So what about the capitalistic view or perspective? Capitalism is an economic system in which trade, industry and the means of production are controlled by private owners with the goal of making profits in a market economy.

So we can see by looking at both definitions our cultures and generations have been fused with both of these views or perspectives generationally. The fusion of slavery in our history and the control issues of empirical states.

So what is empirical? According to the Merriam-Webster dictionary it is originating in or based on observation or experience. It is essentially the knowledge of something. A belief or truth in knowledge.

The most dominant culture in the world with the most reported cases of domestic violence is India with 70% of women who are victims of domestic violence according to the Renuka Chowdhury and National Crime Records Bureau. According to a Huffington Post article on March 8, 2013, South Africa is rated highest in the World to have violence against women (http://www.huffingtonpost.com/2013/03/08/south-africa-violence...).

What type of actions or preventative measures could we take to prevent domestic violence or civil harassment?

To start and prevent the cycle of violence in the home is something we need to take into account is in the same household. We could teach our children not to strike or verbally abuse one another in the household or outside the household. This will assist in preventing bullying in and outside of the home as well, But what about the adults in the home or outside of the home? A good place for an adult to start the process of eliminating the cycle of violence is to get help in his or her local community center. A positive step in eliminating and changing the perpetrators current situation is to change the social environment with positive mentors or people that the perpetrator observes and can adapt to new and positive environments. Of course, whenever a victim it does need to be reported and the police can also help in giving you information related to domestic violence prevention and help. We are our own best friend, and we must try our best to step up to changing our environments one at a time.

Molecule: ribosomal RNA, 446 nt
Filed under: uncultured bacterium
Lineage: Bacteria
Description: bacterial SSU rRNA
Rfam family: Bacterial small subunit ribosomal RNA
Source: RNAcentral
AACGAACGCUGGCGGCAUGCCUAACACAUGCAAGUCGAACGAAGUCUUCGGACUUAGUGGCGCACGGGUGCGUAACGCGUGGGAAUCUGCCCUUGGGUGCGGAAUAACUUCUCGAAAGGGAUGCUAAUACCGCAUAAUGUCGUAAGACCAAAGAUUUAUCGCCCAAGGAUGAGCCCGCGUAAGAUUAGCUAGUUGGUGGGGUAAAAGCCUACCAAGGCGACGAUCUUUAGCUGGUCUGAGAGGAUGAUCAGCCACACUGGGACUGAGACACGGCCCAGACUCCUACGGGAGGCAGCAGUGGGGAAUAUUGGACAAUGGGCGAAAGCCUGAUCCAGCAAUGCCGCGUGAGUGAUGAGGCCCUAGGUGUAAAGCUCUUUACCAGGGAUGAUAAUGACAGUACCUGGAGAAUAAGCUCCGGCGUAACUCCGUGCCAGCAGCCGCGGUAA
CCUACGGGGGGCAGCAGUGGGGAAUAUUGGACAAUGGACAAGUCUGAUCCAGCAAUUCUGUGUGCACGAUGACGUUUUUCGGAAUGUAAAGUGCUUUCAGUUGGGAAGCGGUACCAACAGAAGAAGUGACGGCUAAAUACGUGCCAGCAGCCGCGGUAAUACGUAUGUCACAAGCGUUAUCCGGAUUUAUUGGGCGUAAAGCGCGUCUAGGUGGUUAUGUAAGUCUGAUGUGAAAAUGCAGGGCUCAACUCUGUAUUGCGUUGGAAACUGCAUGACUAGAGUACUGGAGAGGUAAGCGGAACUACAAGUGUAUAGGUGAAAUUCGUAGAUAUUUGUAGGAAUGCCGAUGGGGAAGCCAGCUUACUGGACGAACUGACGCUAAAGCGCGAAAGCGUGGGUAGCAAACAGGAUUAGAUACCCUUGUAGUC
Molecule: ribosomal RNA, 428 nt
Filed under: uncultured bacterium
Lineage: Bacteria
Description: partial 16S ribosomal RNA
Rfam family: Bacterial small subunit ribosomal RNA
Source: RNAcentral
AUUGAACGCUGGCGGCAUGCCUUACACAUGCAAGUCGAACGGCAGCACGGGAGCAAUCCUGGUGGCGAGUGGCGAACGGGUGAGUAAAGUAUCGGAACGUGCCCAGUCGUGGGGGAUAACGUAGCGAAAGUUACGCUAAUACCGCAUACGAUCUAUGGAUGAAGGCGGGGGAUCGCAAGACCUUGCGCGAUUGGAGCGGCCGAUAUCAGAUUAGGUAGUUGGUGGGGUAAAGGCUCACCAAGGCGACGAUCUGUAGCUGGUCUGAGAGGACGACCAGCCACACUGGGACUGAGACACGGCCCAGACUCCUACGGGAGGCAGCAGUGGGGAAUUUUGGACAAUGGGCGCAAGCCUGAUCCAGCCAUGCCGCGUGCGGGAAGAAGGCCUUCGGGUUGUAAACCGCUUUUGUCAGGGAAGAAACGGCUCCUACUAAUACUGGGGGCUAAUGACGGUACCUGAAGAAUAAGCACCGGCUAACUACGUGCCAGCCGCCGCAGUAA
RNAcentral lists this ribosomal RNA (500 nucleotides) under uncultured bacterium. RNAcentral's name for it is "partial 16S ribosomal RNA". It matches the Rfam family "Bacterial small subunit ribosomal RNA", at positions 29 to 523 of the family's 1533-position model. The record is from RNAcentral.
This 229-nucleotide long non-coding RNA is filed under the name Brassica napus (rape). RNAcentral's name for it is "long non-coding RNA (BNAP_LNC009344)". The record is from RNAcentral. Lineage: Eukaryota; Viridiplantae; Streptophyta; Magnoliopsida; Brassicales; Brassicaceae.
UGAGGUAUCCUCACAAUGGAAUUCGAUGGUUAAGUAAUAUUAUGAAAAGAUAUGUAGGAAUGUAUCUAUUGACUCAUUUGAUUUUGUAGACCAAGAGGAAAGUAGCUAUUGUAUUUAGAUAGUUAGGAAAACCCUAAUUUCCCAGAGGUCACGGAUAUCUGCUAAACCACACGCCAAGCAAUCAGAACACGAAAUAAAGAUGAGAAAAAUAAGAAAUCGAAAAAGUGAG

References

Retrieved from the Internet

(http://www.huffingtonpost.com/2013/03/08/south-africa-violence...).

http://hub.me/ag8dC

http://t.co/s42q469teL

http://t.co/Q2OAr7nzrz

(http://www.huffingtonpost.com/2013/03/08/south-africa-violence...).